Passive nodes are nodes that Horizon is unable to directly communicate with because either they are 'not real' or because there is no network path directly to the device. They are termed 'Passive' because Horizon cannot actively poll them and instead passively relies on information sent from somewhere else.
The PassiveStatusKeeper maintains the status of passive services in memory with a hash table. The PassiveStatusMonitor is called by pollerd, just as the other IP-based monitors. However, its behavior is to report the status currently represented in the PassiveStatusKeeper’s hash table. No polling on the network is performed. This hash table will either contain the latest status reported by a passive status event, or, if no status messages have been received, the PassiveStatusKeeper defaults to status "Up".
During Horizon initialization, the outages database table is queried to set the initial state of any passive service based on the last-known outage condition when services previously stopped.
The PassiveStatusKeeper updates its hash table when a
uei.opennms.org/services/passiveServiceStatus is processed.
The event must include the following parameters:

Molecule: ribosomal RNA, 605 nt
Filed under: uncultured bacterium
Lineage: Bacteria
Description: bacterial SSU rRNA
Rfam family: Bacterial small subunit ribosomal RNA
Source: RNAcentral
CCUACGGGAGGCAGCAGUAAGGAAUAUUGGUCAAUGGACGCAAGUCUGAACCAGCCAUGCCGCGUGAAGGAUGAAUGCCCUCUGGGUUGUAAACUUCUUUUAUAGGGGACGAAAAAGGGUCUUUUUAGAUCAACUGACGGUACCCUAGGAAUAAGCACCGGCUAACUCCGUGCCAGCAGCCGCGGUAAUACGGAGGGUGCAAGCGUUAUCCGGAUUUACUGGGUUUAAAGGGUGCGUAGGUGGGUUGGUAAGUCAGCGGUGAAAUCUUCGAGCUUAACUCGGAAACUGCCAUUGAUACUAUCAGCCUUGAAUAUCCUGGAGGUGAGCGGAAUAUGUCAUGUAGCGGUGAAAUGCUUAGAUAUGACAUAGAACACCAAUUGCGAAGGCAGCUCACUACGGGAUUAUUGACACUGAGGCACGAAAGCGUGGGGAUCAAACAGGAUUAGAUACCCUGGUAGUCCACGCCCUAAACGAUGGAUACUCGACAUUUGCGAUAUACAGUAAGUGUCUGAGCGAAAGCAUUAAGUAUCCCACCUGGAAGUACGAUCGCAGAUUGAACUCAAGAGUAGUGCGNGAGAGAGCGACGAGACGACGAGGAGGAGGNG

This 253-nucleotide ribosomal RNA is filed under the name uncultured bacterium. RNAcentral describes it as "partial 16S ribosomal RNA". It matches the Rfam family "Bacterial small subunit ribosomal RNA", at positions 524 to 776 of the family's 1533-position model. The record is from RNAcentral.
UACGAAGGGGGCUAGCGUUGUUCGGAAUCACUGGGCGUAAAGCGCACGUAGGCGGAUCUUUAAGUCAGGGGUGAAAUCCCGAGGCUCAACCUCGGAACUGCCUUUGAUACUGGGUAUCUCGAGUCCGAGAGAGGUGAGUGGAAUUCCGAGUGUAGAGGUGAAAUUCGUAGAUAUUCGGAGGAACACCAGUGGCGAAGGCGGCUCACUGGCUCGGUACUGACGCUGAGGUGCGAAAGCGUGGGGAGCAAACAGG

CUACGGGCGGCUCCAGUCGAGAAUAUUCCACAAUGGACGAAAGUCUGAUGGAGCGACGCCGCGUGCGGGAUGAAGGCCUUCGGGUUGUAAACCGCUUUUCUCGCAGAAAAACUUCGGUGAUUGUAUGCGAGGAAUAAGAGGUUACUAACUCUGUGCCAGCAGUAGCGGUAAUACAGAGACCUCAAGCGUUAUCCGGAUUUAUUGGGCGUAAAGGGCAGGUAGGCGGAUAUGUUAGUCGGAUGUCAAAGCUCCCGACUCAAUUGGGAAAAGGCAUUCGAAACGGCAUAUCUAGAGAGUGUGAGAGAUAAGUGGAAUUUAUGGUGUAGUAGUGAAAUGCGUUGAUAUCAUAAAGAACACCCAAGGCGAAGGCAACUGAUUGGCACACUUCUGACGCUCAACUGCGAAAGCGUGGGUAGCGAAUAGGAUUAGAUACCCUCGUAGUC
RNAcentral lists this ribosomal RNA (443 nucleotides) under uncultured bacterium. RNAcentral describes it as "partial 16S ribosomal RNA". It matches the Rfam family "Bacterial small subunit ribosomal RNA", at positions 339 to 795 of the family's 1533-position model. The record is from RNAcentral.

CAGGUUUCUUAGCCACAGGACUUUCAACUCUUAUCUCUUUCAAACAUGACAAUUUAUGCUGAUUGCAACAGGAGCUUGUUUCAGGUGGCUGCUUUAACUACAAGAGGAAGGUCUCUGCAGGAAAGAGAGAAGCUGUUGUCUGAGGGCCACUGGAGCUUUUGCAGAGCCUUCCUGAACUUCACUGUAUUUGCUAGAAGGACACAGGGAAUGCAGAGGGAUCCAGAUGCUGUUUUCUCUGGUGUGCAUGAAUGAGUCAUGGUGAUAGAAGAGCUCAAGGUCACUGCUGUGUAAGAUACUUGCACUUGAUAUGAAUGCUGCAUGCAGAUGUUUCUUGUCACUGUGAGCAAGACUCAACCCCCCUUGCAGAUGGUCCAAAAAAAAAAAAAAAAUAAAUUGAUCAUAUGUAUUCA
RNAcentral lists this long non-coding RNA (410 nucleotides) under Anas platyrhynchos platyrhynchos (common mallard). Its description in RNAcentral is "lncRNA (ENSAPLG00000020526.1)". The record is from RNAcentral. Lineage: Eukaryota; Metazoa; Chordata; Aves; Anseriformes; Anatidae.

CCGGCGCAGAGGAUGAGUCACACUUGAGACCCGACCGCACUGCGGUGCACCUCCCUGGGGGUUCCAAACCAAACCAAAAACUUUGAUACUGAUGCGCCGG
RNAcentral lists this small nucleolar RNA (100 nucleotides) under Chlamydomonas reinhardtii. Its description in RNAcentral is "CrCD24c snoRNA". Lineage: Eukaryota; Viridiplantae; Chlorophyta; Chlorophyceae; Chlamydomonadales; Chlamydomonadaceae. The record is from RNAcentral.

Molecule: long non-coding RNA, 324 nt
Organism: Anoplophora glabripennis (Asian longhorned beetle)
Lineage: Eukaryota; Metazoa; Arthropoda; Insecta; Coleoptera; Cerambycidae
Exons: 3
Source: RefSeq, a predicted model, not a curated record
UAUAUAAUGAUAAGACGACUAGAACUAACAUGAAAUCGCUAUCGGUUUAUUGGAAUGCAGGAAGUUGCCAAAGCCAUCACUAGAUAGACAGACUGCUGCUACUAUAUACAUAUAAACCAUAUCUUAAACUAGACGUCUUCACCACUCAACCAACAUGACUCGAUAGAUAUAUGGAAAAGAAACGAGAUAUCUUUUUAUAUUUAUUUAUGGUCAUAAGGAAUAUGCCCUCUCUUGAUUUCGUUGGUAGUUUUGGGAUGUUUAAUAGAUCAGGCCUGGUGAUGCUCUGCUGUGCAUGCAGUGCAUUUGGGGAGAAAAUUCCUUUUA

Must be exactly the same as the node name in Horizon and is case sensitive.
The IP interface of the node with a PassiveStatusMonitor service
The name of the PassiveStatusMonitor service
Must be either
Downand is case sensitive.
Optional field, typically only present in down events, that can be used to enrich the event with specific information regarding the reason for the service down event.
Any event with this specific UEI and parameter set triggers a PassiveStatusKeeper update.
If sending events directly from an external system such as via REST or Kafka Consumer, the event can be sent directly with these parameters for Eventd to process.
If you will be extracting passive status updates from traps or syslog messages, you can use the event translator to generate the
If you will have only one service to monitor passively, set a basic service in
Note that you must include the
monitor section for each service in your definition.
<service name="PassiveStatus" interval="60000" user-defined="true" status="on">(1) </service> <monitor service="PassiveStatus" class-name="org.opennms.netmgt.poller.monitors.PassiveServiceMonitor" />
|1||As the monitor checks the
If you will have multiple passive monitors on a node, using service patterns can make configuration easy.
With the following example, any service added to a node that matches the wildcard
Passive-* will match a PassiveStatusKeeper update event for the corresponding
<service name="Passive-" interval="60000" user-defined="true" status="on"> <pattern><![CDATA[^Passive-(?<name>.*)$]]></pattern> </service> <monitor service="Passive-" class-name="org.opennms.netmgt.poller.monitors.PassiveServiceMonitor" />